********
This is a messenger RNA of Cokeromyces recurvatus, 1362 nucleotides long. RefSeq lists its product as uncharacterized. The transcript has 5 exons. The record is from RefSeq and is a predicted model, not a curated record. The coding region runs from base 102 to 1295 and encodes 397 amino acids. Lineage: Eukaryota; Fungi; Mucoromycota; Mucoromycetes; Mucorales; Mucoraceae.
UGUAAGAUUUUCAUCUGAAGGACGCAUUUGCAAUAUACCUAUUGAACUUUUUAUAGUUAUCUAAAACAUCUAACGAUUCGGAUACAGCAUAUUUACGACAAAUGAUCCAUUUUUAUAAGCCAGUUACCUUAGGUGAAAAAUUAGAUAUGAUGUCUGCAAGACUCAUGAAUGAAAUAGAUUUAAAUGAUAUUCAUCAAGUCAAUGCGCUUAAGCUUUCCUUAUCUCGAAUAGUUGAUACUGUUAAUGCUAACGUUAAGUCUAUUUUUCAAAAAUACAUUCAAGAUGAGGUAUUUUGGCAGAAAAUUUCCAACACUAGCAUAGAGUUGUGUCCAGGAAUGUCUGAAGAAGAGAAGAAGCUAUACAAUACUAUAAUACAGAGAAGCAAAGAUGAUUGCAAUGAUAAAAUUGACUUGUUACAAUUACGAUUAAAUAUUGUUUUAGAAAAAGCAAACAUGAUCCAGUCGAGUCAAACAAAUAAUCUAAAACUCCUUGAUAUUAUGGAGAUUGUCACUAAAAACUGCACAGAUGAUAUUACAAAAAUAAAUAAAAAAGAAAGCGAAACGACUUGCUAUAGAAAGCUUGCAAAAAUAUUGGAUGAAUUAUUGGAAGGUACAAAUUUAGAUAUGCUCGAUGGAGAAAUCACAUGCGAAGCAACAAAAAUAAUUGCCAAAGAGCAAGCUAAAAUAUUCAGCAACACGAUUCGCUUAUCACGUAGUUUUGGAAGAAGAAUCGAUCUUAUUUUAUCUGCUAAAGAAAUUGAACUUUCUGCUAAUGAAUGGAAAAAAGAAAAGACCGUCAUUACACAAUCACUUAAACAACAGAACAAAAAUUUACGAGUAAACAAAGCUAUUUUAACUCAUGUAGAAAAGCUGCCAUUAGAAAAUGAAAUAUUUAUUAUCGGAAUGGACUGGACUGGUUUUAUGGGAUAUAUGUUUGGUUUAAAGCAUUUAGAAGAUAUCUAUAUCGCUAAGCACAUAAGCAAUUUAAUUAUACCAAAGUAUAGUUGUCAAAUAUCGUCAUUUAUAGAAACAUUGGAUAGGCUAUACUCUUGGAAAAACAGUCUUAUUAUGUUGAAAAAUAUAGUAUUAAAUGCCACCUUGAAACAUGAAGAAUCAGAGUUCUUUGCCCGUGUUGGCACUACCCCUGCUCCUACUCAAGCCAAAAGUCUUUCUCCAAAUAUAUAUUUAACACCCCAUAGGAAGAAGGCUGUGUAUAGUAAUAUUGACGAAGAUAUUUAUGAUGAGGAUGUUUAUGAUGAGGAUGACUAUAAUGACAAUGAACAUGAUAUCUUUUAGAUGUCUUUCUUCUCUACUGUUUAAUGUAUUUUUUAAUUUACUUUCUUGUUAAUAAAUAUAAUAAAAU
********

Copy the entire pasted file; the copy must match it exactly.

This is a messenger RNA of Cokeromyces recurvatus, 1362 nucleotides long. RefSeq lists its product as uncharacterized. The transcript has 5 exons. The record is from RefSeq and is a predicted model, not a curated record. The coding region runs from base 102 to 1295 and encodes 397 amino acids. Lineage: Eukaryota; Fungi; Mucoromycota; Mucoromycetes; Mucorales; Mucoraceae.
UGUAAGAUUUUCAUCUGAAGGACGCAUUUGCAAUAUACCUAUUGAACUUUUUAUAGUUAUCUAAAACAUCUAACGAUUCGGAUACAGCAUAUUUACGACAAAUGAUCCAUUUUUAUAAGCCAGUUACCUUAGGUGAAAAAUUAGAUAUGAUGUCUGCAAGACUCAUGAAUGAAAUAGAUUUAAAUGAUAUUCAUCAAGUCAAUGCGCUUAAGCUUUCCUUAUCUCGAAUAGUUGAUACUGUUAAUGCUAACGUUAAGUCUAUUUUUCAAAAAUACAUUCAAGAUGAGGUAUUUUGGCAGAAAAUUUCCAACACUAGCAUAGAGUUGUGUCCAGGAAUGUCUGAAGAAGAGAAGAAGCUAUACAAUACUAUAAUACAGAGAAGCAAAGAUGAUUGCAAUGAUAAAAUUGACUUGUUACAAUUACGAUUAAAUAUUGUUUUAGAAAAAGCAAACAUGAUCCAGUCGAGUCAAACAAAUAAUCUAAAACUCCUUGAUAUUAUGGAGAUUGUCACUAAAAACUGCACAGAUGAUAUUACAAAAAUAAAUAAAAAAGAAAGCGAAACGACUUGCUAUAGAAAGCUUGCAAAAAUAUUGGAUGAAUUAUUGGAAGGUACAAAUUUAGAUAUGCUCGAUGGAGAAAUCACAUGCGAAGCAACAAAAAUAAUUGCCAAAGAGCAAGCUAAAAUAUUCAGCAACACGAUUCGCUUAUCACGUAGUUUUGGAAGAAGAAUCGAUCUUAUUUUAUCUGCUAAAGAAAUUGAACUUUCUGCUAAUGAAUGGAAAAAAGAAAAGACCGUCAUUACACAAUCACUUAAACAACAGAACAAAAAUUUACGAGUAAACAAAGCUAUUUUAACUCAUGUAGAAAAGCUGCCAUUAGAAAAUGAAAUAUUUAUUAUCGGAAUGGACUGGACUGGUUUUAUGGGAUAUAUGUUUGGUUUAAAGCAUUUAGAAGAUAUCUAUAUCGCUAAGCACAUAAGCAAUUUAAUUAUACCAAAGUAUAGUUGUCAAAUAUCGUCAUUUAUAGAAACAUUGGAUAGGCUAUACUCUUGGAAAAACAGUCUUAUUAUGUUGAAAAAUAUAGUAUUAAAUGCCACCUUGAAACAUGAAGAAUCAGAGUUCUUUGCCCGUGUUGGCACUACCCCUGCUCCUACUCAAGCCAAAAGUCUUUCUCCAAAUAUAUAUUUAACACCCCAUAGGAAGAAGGCUGUGUAUAGUAAUAUUGACGAAGAUAUUUAUGAUGAGGAUGUUUAUGAUGAGGAUGACUAUAAUGACAAUGAACAUGAUAUCUUUUAGAUGUCUUUCUUCUCUACUGUUUAAUGUAUUUUUUAAUUUACUUUCUUGUUAAUAAAUAUAAUAAAAU